from Asia Unbound

Challenges and Benefits of South Korea’s Middle Power Aspirations

June 24, 2015

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South Koreans have been among the world’s early adopters in globalization over the past two decades, going from outpost to “node” by embracing networks, connectivity, and economic interdependence in startling fashion in a very short period of time. It has been commonplace for most South Koreans to think of themselves as a small country, buffeted by geostrategic factors beyond its control, consigned to its fate as a “shrimp among whales.” This narrative, generally speaking, conforms with the twentieth century historical experience on the Korean peninsula, which witnessed annexation, colonization, subjugation, and a moment of liberation, followed by division, war, and marginalization as an outpost of the Cold War. Outsider impressions of late twentieth century Korea tended to view Koreans as defensive, self-absorbed, xenophobic to varying degrees, and only capable of viewing the outside world through a distinctively “Korean” lens.

Given these circumstances, the early twenty-first century story of South Korea’s embrace of globalization on the foundations of its democratization and modernization is striking. The idea that South Korea should offer something to the world in return for the sacrifices made to defend South Korea from communist domination has had real pay-offs as South Korea’s reach and capacities has taken hold in South Korea. Korean conglomerates went global long ago. The younger generation is outward-looking: Korea’s “peace corps” ranks second only to the U.S. Peace Corps in terms of size; World Friends Korea (which falls under the Korea International Cooperation Agency, or KOICA) boasts over 3,000 volunteers at a given time, welcoming in 1,000 new volunteers each year into the program. Young Koreans are voracious consumers and top performers in the field of higher-level international education.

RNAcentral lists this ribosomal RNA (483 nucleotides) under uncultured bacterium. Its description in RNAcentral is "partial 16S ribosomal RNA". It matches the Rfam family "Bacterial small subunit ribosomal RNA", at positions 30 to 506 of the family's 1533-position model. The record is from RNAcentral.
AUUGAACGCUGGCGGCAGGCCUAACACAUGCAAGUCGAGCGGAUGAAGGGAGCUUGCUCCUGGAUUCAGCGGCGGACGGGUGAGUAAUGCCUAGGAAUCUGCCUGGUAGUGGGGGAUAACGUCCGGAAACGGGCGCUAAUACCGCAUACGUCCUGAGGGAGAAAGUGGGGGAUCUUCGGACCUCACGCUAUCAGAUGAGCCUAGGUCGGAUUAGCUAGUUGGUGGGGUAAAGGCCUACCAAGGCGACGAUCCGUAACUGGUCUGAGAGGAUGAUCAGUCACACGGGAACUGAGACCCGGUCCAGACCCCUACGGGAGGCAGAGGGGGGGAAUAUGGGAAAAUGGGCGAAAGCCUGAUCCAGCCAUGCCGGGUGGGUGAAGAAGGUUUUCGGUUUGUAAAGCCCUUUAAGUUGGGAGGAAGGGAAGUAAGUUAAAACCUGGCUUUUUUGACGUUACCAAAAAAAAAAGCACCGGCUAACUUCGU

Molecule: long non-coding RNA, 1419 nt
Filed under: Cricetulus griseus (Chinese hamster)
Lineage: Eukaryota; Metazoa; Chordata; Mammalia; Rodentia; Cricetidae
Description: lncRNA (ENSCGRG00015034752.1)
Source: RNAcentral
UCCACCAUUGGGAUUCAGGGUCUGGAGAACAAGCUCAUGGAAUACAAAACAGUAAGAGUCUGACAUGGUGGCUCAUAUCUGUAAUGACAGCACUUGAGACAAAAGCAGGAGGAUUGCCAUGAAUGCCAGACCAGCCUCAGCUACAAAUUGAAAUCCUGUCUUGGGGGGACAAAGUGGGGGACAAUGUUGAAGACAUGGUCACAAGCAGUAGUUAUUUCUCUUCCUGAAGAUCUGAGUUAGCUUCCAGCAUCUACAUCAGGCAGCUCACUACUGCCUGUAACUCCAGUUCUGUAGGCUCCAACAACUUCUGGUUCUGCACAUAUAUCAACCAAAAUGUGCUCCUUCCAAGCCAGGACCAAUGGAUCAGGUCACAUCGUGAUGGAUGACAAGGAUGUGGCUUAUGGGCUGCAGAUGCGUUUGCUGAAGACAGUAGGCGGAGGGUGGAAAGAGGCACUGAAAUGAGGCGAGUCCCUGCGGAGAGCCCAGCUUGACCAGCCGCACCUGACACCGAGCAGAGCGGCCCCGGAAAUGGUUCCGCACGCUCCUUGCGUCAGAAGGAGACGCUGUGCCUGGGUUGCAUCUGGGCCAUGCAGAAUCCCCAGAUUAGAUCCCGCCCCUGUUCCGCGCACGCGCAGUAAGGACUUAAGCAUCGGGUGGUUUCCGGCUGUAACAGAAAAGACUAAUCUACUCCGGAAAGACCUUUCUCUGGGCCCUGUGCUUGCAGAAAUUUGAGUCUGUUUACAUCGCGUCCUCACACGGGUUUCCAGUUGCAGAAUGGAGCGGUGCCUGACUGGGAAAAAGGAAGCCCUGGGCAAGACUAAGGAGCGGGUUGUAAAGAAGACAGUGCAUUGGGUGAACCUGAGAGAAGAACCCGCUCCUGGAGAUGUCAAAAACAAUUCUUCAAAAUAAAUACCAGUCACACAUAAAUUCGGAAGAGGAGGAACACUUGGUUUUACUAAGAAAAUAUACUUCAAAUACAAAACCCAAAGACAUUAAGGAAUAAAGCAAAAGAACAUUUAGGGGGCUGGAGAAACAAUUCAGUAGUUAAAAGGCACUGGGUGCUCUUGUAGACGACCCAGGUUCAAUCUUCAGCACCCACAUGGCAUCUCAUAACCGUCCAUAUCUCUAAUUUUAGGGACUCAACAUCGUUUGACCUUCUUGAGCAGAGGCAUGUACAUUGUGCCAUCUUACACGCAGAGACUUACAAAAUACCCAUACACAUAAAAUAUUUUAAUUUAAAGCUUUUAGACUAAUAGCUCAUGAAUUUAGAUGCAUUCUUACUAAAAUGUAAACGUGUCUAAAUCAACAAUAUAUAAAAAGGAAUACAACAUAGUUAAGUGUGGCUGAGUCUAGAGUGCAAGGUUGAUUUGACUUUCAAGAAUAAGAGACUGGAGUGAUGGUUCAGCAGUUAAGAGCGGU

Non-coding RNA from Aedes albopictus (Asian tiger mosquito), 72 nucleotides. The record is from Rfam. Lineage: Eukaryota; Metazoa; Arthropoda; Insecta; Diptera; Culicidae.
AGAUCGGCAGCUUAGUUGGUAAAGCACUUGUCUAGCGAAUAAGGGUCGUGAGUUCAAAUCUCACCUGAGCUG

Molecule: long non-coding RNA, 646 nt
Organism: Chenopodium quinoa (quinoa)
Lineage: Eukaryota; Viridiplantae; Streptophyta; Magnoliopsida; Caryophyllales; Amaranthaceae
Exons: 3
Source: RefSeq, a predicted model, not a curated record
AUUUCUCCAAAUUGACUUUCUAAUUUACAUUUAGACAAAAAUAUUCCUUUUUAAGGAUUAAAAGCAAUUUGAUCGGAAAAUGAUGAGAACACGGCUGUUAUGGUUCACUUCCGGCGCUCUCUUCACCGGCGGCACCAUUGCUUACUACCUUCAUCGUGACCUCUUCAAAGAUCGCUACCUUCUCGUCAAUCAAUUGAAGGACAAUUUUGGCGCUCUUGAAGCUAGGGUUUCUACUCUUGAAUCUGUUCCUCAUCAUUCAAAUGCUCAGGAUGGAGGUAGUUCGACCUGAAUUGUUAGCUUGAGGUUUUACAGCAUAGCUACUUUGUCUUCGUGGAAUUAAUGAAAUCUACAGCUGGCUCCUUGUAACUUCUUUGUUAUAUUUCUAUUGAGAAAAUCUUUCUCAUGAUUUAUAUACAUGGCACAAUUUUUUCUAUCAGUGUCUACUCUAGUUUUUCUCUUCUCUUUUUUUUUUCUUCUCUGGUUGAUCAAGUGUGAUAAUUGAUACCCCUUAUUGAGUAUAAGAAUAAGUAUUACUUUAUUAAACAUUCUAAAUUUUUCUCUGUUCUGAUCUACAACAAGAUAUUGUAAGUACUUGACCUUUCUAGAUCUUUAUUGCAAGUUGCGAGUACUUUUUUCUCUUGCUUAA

A positive by-product of this shift is that South Korea has sought to make contributions to international leadership, both as a way of paying the world back for decades of international support and as a way of sharing with the world its unique experiences with development and democratization. Between 2010 and 2013, South Korea made a concerted effort to host a series of important multilateral forums, marking a new chapter in South Korea’s experience as a convener and contributor to the international agenda. But how has “hosting diplomacy” changed South Korea’s ability to influence global events, and what lasting impact might South Korea have as a G-20 contributor to international leadership?

To examine twenty-first century South Korea’s contributions to the global agenda, I asked four authors, Colin Bradford, Toby Dalton, Brendan Howe, and Jill Kosch O’Donnell, to examine Korea’s contributions as a convener, host, and steward of the international agenda for international financial policy, development assistance and donor cooperation, nuclear security, and global climate finance. In addition, Andrew O’Neil evaluates South Korea’s middle power aspirations from an Australian perspective. Each of the papers tells its own story of Korean efforts to harness and provide thought leadership in the international arena disproportionate to Korea’s size and power.

This set of papers (each available for download here) provides useful insights regarding what South Korea has done well, especially through its efforts to generate leadership through mobilization of ideas, personnel, and institutions. But the papers also reveal some challenges in terms of sustainability, transferability, and effectiveness of Korean contributions to international leadership. Some of these problems are organizational, but some are related to the challenge of establishing a vision and mobilizing “brand awareness” at a national level necessary to claim a particular slice of the international agenda as “the thing” Koreans are known for doing as well as or better than anyone else. The conclusion: Korea’s middle power efforts to date provide a good start, but they are still a work-in-progress. In the coming months, President Park will have opportunities to build on this foundation through UN efforts to promote sustainable development and in Paris at the UN conference on climate change.

More on:

Technology and Innovation

Energy and Environment

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